You should be able to see everything you own if possible, if not then take a photo of outfits you like and start a folder in your phone so you can quickly refer to outfits you own.

I also recommend investing in key items that you can wear again and again. They should be quality items that transcend fashion trends. This is tougher for plus-size and mid-size women, but it is possible.

There are a rising number of independent UK brands that will make clothes from measurements. If you don’t have the money for custom-made (and that’s a lot of people!) then second hand is great for women up to about a size 20-22 and then the choice gets really limited.

However swap shops on Facebook, plus-size clothing groups and body twins on Instagram might offer an opportunity.

If learning to sew to custom make your wardrobe is something you’re interested in, there are loads of online courses.

If you do buy fast fashion, read the sustainability and ethical policies of the brand and make sure you consider your purchase and its impact before you buy anything.

Who do you follow for sustainable fashion and styling inspiration?

I follow women all over the world. I think style transcends size and I follow women of all sizes, as well as some who I draw personal comparisons with.

READ MORE: Lizzo’s greatest ever fashion moments

Outfit repeaters and women who create fashion challenges give me great ideas for new ways to wear my wardrobe. I like @scandinavskya @recycled_remix @shopin_yourcloset @the.thrifted.gay.

I think personal style will really dictate who you follow, but Instagram is saturated with women sharing their outfits so there’s a community for you, whatever your style, shape, size or niche.

Which brands do you look to for clothes that make you feel confident?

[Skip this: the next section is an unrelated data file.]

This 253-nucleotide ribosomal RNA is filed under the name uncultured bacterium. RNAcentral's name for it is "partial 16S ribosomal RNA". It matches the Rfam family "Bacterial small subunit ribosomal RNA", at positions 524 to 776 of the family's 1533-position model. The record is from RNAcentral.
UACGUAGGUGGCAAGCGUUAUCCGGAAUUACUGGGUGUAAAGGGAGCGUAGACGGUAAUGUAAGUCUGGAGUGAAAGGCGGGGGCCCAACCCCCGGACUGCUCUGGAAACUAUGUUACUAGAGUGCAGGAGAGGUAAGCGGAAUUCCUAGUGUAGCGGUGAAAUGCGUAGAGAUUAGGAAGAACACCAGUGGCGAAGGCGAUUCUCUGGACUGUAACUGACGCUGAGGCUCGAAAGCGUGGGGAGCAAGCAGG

For me it’s a mindset rather than an outfit. I don’t really have any specific brands I look for – I tend to look for pieces when shopping second hand and in plus sizes, so I can’t afford to be really picky!

How would you define your style? 

I define my style as girly and bright. It’s fairly eclectic though – I’m 31 and I’m still trying new things.

READ MORE: How to make money from renting your clothes

Josie Wass, @aplusfatshion

Where are your favourite places to shop for plus size and sustainable fashion? 

Personally, I’m a gal on a budget and I find it pretty difficult to find sustainable, affordable, size-inclusive brands.

When I want to shop sustainably I hit the thrift store first! I also love secondhand shopping online – places like Poshmark, Thredup, Vinted, and sometimes through Instagram accounts!

Some sustainable retailers I shop on sale are: Dazey LA, Universal Standard, Pact, The Standard Stitch, and SeeRoseGo.

Do you shop exclusively sustainably?

I don’t, though I hope to someday shop completely sustainably! Right now, my wardrobe is about 50/50.

I try to actively avoid brands I know have a terrible ethical/sustainable reputation, but shopping this way is a privilege! It involves sizing and budget availability, and I’m a strong believer in doing what you can, even if it’s not perfect. There are lots of factors working against the ability to shop 100% sustainably.  

Do you have any tips for those trying to shop sustainably?

Shop second hand. By doing this, you’re removing clothing items from the waste stream but can still shop brands you know and trust. Plus, it’s super affordable.

Take baby steps. Start by selling items in your closet that you don’t wear and putting that money towards one more expensive sustainable piece. Repeat.

Do clothing swaps with your friends. It’s like shopping secondhand, but for free. Find a few friends around your size, and shop each other’s closets. 

READ MORE: How to swap clothes online during lockdown

Who do you follow for sustainable fashion and styling inspiration?

@ferventlychic @timorourus.me @laurenmarigold @ohhhhhhhhhoney and @nic.taliaferro.

How would you define your style? 

My style is ever-changing! I would say it’s somewhat boho – lots of florals, hats, and dresses, but also classic – lots of neutrals and wearable, timeless pieces. 

For fashion advice and general chit-chat, join our Facebook group What To Wear Next.

READ MORE: We’ve found the best pieces in the sales so you don’t have to

READ MORE: How to donate clothes to charity during lockdown

Latest Posts

Read the latest posts from Wear Next.